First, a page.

April 3, 2019


How Hind Makki is changing the conversation around women's inclusion in mosques (Aysha Khan, 4/01/19, RNS)

When women are cut off from the rest of the congregation, they lose the experience of group prayer, which is considered critical for a community's social and spiritual development in Islam, she said.

That's part of why Makki has spent the past seven years bringing the discussion on women's inclusion in Muslim spaces into the mainstream -- from launching Side Entrance, her popular blog contrasting men's and women's prayer spaces in mosques around the world, to training Muslim leaders around the country on how to foster a women-friendly mosque culture. [...]

"As an American, the idea of separate but equal is just so anathema to me, and I think that that is often physically shown in mosques just by where women enter the mosque," she said.

Makki's blog helped lead the way for a broader push among young Muslims to make mosques more inclusive.

In London, a group of female activists launched the Inclusive Mosque Initiative around the same time to organize women-led community programming and alternative worship spaces.

Research from the 2011 American Mosque Study, conducted by a coalition of organizations, including the Council on American-Islamic Relations, the Islamic Society of North America and the Islamic Circle of North America, offered in-depth data on women's participation in mosques around the country.

And shortly after, the 2014 watershed documentary "UnMosqued" showed how disconnected many young Muslims felt from mainstream Muslim institutions.

Rose Aslan, an Islamic scholar and the second woman to ever deliver a Friday sermon at the Women's Mosque of America, said Makki's work follows the path paved by activists like prominent Islamic scholar Amina Wadud.

In 2005, Wadud drew headlines for leading a public mixed-gender prayer service in New York City. Because most Muslims believe that women cannot lead men in performing prayer, a slew of fatwas were issued declaring her actions heretical.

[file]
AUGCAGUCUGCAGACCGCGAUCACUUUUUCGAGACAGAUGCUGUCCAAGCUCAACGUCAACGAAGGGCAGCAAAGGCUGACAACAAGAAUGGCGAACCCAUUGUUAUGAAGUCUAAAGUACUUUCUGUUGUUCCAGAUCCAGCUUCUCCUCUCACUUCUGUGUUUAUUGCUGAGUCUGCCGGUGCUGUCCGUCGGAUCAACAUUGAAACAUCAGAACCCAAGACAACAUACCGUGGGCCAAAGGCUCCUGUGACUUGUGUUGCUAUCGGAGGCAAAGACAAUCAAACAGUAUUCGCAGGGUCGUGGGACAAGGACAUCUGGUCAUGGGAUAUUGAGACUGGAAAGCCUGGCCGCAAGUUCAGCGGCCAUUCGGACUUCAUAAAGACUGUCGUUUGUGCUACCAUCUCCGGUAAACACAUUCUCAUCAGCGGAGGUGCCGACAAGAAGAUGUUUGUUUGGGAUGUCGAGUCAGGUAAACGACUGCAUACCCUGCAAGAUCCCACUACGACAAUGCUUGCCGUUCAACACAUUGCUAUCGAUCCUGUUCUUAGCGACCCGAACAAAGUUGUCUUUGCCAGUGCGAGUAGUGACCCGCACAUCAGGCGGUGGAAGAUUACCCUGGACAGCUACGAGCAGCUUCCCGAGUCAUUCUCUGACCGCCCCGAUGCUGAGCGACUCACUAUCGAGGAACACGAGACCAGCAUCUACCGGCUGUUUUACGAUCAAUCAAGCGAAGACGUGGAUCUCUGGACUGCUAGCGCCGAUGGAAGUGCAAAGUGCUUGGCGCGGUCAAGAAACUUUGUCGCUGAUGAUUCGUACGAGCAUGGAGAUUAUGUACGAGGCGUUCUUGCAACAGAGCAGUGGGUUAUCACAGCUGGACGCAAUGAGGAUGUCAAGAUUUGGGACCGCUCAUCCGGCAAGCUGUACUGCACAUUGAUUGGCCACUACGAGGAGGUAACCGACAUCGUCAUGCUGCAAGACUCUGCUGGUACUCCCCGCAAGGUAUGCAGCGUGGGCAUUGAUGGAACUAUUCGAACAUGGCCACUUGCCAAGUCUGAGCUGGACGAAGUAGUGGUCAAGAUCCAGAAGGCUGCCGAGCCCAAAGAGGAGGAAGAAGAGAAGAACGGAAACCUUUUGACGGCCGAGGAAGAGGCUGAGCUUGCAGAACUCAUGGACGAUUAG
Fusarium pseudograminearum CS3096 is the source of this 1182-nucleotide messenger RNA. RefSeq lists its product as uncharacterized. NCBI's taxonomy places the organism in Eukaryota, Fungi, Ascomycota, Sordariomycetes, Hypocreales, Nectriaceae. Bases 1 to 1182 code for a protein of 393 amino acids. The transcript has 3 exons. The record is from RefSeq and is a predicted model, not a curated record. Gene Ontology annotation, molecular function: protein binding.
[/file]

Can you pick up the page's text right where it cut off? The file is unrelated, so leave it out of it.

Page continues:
"She really angered a lot of people, and many people around the world remain upset about what she did," said Aslan, an assistant professor at California Lutheran University. "But she set the stage for less provocative actions down the line."

In the wake of her "radical and controversial" actions, initiatives like Side Entrance, the Women's Mosque of America and the Muslim women's education program Rabata now "seem so mild," said Aslan.

"It's harder for people to complain as much when they're not violating any Muslim legal doctrines," she said.

Programs focused on women's empowerment and education, whether they're from a liberal or conservative religious perspective, are relatively new, said Aslan.

Those programs include the rise of women-centered mosques, like the Women's Mosque of America and Masjid al-Rabia, as well as the emergence of so-called "third spaces" among young professional Muslims. These alternative Islamic communities have now cropped up in virtually every major metropolitan area in the country, whether it's a formal organization like Washington, D.C.'s MakeSpace or a new group that cropped up in L.A. last month and is meeting in restaurants.

"Young professionals are just moving away from their mosques if they're not changing fast enough," Aslan said. "These spaces just speak more to what younger generations say they need and want."

Just as Catholicism and Judaism previously, we're remaking Islam in our image.

Posted by at April 3, 2019 12:00 AM